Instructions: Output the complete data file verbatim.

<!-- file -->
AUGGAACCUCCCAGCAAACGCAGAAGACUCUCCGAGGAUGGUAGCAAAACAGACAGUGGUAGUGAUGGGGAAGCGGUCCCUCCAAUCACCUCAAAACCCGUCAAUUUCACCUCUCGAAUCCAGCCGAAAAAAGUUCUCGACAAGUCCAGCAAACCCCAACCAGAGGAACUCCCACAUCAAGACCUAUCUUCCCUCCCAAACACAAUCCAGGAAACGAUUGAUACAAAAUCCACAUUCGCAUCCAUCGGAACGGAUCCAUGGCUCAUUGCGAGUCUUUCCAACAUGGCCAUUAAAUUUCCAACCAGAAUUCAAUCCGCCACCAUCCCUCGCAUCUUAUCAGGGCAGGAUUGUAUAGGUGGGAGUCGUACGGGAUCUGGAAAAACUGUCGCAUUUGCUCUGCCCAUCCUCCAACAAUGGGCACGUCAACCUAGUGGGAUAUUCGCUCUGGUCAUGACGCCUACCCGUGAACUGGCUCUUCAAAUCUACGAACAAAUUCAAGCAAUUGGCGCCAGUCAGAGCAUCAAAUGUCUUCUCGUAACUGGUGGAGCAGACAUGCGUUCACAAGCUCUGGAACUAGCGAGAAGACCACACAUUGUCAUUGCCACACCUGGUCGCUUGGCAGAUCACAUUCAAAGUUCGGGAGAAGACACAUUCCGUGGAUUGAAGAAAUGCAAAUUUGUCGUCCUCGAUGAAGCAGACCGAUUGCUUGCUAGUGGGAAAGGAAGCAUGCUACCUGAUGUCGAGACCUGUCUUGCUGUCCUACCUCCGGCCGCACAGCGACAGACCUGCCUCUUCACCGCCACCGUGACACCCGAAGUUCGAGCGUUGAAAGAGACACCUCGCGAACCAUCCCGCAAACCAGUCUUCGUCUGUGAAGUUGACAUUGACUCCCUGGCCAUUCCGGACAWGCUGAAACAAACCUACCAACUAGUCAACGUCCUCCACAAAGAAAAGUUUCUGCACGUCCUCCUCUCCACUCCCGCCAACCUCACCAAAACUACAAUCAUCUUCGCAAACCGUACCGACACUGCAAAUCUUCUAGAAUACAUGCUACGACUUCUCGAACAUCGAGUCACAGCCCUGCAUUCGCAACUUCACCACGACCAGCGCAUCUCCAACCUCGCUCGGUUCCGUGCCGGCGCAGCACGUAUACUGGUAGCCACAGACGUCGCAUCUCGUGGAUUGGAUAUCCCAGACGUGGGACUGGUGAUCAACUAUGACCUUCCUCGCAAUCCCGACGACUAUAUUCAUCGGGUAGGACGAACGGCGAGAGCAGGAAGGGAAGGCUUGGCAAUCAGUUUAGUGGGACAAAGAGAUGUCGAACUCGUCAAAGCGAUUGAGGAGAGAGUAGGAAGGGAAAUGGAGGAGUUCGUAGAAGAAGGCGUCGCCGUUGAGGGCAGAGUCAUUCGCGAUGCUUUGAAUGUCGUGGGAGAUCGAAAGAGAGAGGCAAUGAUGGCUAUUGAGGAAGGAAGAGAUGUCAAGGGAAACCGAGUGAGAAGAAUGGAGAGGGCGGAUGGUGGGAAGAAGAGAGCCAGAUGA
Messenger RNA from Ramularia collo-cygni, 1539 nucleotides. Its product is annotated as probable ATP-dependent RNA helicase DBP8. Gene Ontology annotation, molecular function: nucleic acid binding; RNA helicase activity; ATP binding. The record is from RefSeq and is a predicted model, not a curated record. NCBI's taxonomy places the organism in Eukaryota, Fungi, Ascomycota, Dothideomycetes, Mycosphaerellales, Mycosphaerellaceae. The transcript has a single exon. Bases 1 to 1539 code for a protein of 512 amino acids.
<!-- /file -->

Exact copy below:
AUGGAACCUCCCAGCAAACGCAGAAGACUCUCCGAGGAUGGUAGCAAAACAGACAGUGGUAGUGAUGGGGAAGCGGUCCCUCCAAUCACCUCAAAACCCGUCAAUUUCACCUCUCGAAUCCAGCCGAAAAAAGUUCUCGACAAGUCCAGCAAACCCCAACCAGAGGAACUCCCACAUCAAGACCUAUCUUCCCUCCCAAACACAAUCCAGGAAACGAUUGAUACAAAAUCCACAUUCGCAUCCAUCGGAACGGAUCCAUGGCUCAUUGCGAGUCUUUCCAACAUGGCCAUUAAAUUUCCAACCAGAAUUCAAUCCGCCACCAUCCCUCGCAUCUUAUCAGGGCAGGAUUGUAUAGGUGGGAGUCGUACGGGAUCUGGAAAAACUGUCGCAUUUGCUCUGCCCAUCCUCCAACAAUGGGCACGUCAACCUAGUGGGAUAUUCGCUCUGGUCAUGACGCCUACCCGUGAACUGGCUCUUCAAAUCUACGAACAAAUUCAAGCAAUUGGCGCCAGUCAGAGCAUCAAAUGUCUUCUCGUAACUGGUGGAGCAGACAUGCGUUCACAAGCUCUGGAACUAGCGAGAAGACCACACAUUGUCAUUGCCACACCUGGUCGCUUGGCAGAUCACAUUCAAAGUUCGGGAGAAGACACAUUCCGUGGAUUGAAGAAAUGCAAAUUUGUCGUCCUCGAUGAAGCAGACCGAUUGCUUGCUAGUGGGAAAGGAAGCAUGCUACCUGAUGUCGAGACCUGUCUUGCUGUCCUACCUCCGGCCGCACAGCGACAGACCUGCCUCUUCACCGCCACCGUGACACCCGAAGUUCGAGCGUUGAAAGAGACACCUCGCGAACCAUCCCGCAAACCAGUCUUCGUCUGUGAAGUUGACAUUGACUCCCUGGCCAUUCCGGACAWGCUGAAACAAACCUACCAACUAGUCAACGUCCUCCACAAAGAAAAGUUUCUGCACGUCCUCCUCUCCACUCCCGCCAACCUCACCAAAACUACAAUCAUCUUCGCAAACCGUACCGACACUGCAAAUCUUCUAGAAUACAUGCUACGACUUCUCGAACAUCGAGUCACAGCCCUGCAUUCGCAACUUCACCACGACCAGCGCAUCUCCAACCUCGCUCGGUUCCGUGCCGGCGCAGCACGUAUACUGGUAGCCACAGACGUCGCAUCUCGUGGAUUGGAUAUCCCAGACGUGGGACUGGUGAUCAACUAUGACCUUCCUCGCAAUCCCGACGACUAUAUUCAUCGGGUAGGACGAACGGCGAGAGCAGGAAGGGAAGGCUUGGCAAUCAGUUUAGUGGGACAAAGAGAUGUCGAACUCGUCAAAGCGAUUGAGGAGAGAGUAGGAAGGGAAAUGGAGGAGUUCGUAGAAGAAGGCGUCGCCGUUGAGGGCAGAGUCAUUCGCGAUGCUUUGAAUGUCGUGGGAGAUCGAAAGAGAGAGGCAAUGAUGGCUAUUGAGGAAGGAAGAGAUGUCAAGGGAAACCGAGUGAGAAGAAUGGAGAGGGCGGAUGGUGGGAAGAAGAGAGCCAGAUGA
Messenger RNA from Ramularia collo-cygni, 1539 nucleotides. Its product is annotated as probable ATP-dependent RNA helicase DBP8. Gene Ontology annotation, molecular function: nucleic acid binding; RNA helicase activity; ATP binding. The record is from RefSeq and is a predicted model, not a curated record. NCBI's taxonomy places the organism in Eukaryota, Fungi, Ascomycota, Dothideomycetes, Mycosphaerellales, Mycosphaerellaceae. The transcript has a single exon. Bases 1 to 1539 code for a protein of 512 amino acids.